Nice chart for comparison but does the I Phone charge for the majority of the 100,000 apps they offer WAJ Apple and its owners are and will be


TechW January 11, 2010 at 1:17 pm

I fail to see how anyone can say that the Palm Pre should not be considered in this comparison. PC Advisor Awards 2010 just awarded the Palm Pre with the Best Smartphone award over the iPhone, Blackberry, HTC Hero, etc… And that is before the WebOS 1.4 upgrade and Flash 10.1 support that the Pre will have next month. (What?, The iPhone doesn’t do Flash?! Sorry.)

The bottom line is, everyone I know that actually owns a Pre, loves it! (And I know a lot of Pre owners)That is the best recommendation I can think of for the Pre.

As far as cost of ownership, I have a 5 user family plan from Sprint with 1500 minutes, unlimited text and data, GPS. This plan runs me $138 per month as Sprint was happy to give me a big discount to change over from AT&T. So, my cost per line with the Pre for 24 months is only $812 including the phone cost. This is a huge cost savings over AT&T!


Peter January 11, 2010 at 11:10 pm

I think this chart needs a true “minimal plan” row and an “average plan” instead of what’s currently listed as “minimal”. For example, there is nothing minimal by paying $20/month for unlimited text when you get hundreds of texts for only $5. My iPhone plan is $74.99 and that includes unlimited data, rollover mins and hundreds of texts (cannot remember exactly how many but I use text a LOT and have never exceeded the plan). Also, math is wrong for the Nexus minimal box.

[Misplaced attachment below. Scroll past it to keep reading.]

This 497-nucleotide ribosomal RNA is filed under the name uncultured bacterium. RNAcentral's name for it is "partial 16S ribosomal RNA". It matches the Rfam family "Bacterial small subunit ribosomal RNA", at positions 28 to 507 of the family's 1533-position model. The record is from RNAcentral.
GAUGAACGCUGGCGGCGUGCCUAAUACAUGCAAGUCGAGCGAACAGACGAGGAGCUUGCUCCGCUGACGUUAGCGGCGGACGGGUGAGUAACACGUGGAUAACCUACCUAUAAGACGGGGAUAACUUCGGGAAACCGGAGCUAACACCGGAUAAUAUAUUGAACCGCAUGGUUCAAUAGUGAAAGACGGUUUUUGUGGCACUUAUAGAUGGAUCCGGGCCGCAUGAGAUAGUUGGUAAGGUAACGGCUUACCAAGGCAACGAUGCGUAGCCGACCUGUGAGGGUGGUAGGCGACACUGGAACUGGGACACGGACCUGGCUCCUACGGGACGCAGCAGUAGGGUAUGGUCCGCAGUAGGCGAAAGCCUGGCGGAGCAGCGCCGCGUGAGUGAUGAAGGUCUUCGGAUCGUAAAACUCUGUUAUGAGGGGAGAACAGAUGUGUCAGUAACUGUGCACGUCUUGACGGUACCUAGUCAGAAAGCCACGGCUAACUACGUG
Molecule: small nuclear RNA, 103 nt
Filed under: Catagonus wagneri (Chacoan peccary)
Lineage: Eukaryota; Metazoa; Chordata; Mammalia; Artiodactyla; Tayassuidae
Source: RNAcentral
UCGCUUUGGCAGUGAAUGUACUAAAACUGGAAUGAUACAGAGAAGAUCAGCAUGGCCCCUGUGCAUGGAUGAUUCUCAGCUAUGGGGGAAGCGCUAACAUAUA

Andre Richards January 12, 2010 at 1:38 am

You’ve posted similar comparison graphics before but it always strikes me as slightly biased against the iPhone. You leave out important comparisons like screen size, display type/quality, weight, thickness, availability of multi-touch and maximum storage capacity, all topics that put the iPhone in considerably better light compared to the others.


Andre Richards January 12, 2010 at 1:41 am

You’ve posted similar comparison graphics before but it always strikes me as slightly biased against the iPhone. You leave out important comparisons like screen size, display type/quality, weight, thickness, availability of multi-touch and maximum storage capacity, all topics that put the iPhone in considerably better light compared to the others.

Also, it’s not 100% accurate to say the iPhone doesn’t multitask. It multitasks with the built-in functionality but limits third-party apps. I can surf the web, browse through contacts while talking on the phone or I can play the iPod while doing built-in functions. It’s misleading to put “No” in the multitasking field for iPhone.